In the final years of his life he was made a Cardinal priest.

He commented, looking back on his life:

I rejoice to say, to one great mischief I have from the first opposed myself. For thirty, forty, fifty years I have resisted to the best of my powers the spirit of liberalism in religion. Never did Holy Church need champions against it more sorely than now.

He added:

Liberalism in religion is the doctrine that there is no positive truth in religion, but that one creed is as good as another, and this is the teaching which is gaining substance and force daily. It is inconsistent with any recognition of any religion, as true. It teaches that all are to be tolerated, for all are matters of opinion. Revealed religion is not a truth, but a sentiment and a taste; not an objective fact, not miraculous; and it is the right of each individual to make it say just what strikes his fancy.

His words have a remarkably contemporary ring about them. What Newman saw in nineteenth century Britain is what we contest today, particularly under the guise of relativism.

Newman is fittingly raised as a canonized saint. He is a saint for England but also a saint for our time. At the end of the gospel today the Lord says to the Samaritan leper who returned to say thanks, “Stand up and go on your way. Your faith has saved you.”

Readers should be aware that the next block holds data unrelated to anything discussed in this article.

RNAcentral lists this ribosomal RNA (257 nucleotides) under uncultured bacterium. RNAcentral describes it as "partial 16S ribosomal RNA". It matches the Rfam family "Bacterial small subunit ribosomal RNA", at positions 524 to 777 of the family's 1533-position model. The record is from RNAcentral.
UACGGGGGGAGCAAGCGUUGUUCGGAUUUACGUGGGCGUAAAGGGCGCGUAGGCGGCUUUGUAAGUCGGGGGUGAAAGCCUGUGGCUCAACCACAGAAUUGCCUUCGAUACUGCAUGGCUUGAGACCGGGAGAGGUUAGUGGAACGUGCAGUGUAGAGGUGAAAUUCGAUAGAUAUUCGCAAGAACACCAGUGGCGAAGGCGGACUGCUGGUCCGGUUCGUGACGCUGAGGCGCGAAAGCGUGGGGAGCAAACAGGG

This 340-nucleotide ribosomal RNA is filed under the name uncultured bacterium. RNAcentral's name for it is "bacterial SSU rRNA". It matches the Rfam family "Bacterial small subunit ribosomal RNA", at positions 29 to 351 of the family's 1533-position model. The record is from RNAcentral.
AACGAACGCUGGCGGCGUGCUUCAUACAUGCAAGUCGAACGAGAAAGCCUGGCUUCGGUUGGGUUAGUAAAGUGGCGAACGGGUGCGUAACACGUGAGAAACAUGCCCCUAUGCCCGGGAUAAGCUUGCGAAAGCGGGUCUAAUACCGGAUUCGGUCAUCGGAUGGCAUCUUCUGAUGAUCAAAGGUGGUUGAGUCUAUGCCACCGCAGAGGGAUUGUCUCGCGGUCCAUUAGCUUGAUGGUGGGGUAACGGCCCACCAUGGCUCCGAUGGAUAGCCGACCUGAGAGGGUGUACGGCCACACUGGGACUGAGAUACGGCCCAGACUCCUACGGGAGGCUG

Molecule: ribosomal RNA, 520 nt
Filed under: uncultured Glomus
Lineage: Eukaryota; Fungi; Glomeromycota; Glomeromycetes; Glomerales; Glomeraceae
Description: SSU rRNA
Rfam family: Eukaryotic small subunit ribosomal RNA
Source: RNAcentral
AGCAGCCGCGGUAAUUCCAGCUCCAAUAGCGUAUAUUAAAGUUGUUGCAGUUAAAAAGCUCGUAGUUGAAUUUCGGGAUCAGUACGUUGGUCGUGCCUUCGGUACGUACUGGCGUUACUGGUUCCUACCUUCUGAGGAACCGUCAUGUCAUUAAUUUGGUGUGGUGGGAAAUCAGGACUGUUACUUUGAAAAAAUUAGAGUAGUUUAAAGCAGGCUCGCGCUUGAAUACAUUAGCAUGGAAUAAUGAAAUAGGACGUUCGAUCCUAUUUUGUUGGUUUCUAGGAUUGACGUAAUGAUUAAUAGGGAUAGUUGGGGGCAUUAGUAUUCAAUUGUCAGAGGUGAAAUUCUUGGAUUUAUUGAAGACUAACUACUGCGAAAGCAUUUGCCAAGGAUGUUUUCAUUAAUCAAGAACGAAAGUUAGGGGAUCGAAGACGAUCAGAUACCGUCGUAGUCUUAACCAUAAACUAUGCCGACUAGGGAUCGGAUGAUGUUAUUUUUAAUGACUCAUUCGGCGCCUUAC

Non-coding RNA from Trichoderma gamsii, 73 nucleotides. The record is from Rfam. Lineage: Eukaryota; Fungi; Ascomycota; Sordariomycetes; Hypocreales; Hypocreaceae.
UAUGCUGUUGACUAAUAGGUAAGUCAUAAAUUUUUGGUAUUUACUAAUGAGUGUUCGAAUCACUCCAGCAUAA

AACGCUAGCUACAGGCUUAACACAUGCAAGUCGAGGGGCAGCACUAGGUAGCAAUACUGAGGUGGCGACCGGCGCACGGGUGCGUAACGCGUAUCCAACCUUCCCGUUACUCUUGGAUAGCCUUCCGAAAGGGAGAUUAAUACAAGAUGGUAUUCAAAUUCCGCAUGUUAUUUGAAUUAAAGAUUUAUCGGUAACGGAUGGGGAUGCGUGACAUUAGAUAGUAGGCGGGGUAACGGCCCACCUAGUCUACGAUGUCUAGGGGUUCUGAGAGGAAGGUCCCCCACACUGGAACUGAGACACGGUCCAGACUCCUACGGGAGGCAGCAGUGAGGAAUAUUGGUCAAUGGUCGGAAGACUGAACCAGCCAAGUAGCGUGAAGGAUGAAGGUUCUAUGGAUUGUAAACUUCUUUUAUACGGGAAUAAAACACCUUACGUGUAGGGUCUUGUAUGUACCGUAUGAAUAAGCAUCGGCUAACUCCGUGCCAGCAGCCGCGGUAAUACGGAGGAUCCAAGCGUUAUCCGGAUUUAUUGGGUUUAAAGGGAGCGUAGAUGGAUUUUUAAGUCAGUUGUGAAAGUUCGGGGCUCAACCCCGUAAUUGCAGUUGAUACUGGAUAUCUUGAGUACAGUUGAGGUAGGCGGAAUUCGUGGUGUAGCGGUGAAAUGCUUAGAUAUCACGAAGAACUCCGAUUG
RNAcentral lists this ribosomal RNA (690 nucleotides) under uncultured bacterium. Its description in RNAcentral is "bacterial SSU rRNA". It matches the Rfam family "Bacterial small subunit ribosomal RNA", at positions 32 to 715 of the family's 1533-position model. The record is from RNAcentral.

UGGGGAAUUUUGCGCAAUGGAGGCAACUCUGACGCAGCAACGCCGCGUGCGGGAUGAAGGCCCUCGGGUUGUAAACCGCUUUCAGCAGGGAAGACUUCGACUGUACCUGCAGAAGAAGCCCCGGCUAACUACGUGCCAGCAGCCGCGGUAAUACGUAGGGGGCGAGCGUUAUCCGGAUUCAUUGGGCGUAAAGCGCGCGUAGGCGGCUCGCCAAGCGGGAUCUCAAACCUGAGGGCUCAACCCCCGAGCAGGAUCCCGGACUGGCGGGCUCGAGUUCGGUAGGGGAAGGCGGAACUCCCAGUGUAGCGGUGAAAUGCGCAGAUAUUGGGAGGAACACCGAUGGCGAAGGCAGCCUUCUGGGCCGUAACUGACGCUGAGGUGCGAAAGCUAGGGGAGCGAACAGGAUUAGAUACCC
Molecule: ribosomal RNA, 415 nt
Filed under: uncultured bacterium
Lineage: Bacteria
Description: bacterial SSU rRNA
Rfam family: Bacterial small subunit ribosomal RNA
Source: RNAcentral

John Henry Newman would say to us that our faith, our Catholic faith, will save us. He would urge us to have confidence in the Apostolic faith passed down to us in the Church. This is the faith expressed in the Creeds and Catechisms. This is the faith of the martyrs and saints across Christian history. This is the faith lived and expressed in the Sacred Liturgy. This is the Catholic faith which Newman embraced.

Speaking to the priests of Diocese of Westminster in 1852, at the time when the government lifted its penalties against Catholics, Newman said,

We know not what is before us, ere we win our own; we are engaged in a great, a joyful work, but in proportion to God's grace is the fury of His enemies. They have welcomed us as the lion greets his prey. Perhaps they may be familiarized in time with our appearance, but perhaps they may be irritated the more. To set up the Church again in England is too great an act to be done in a corner. We have had reason to expect that such a boon would not be given to us without a cross. It is not God's way that great blessings should descend without the sacrifice first of great sufferings. If the truth is to be spread to any wide extent among this people, how can we dream, how can we hope, that trial and trouble shall not accompany its going forth?

We invoke the intercession of St John Henry Newman for the Church here in Australia, in Tasmania, as it faces its own share of challenges and trials.

Archbishop Julian Porteous
Sunday, October 13, 2019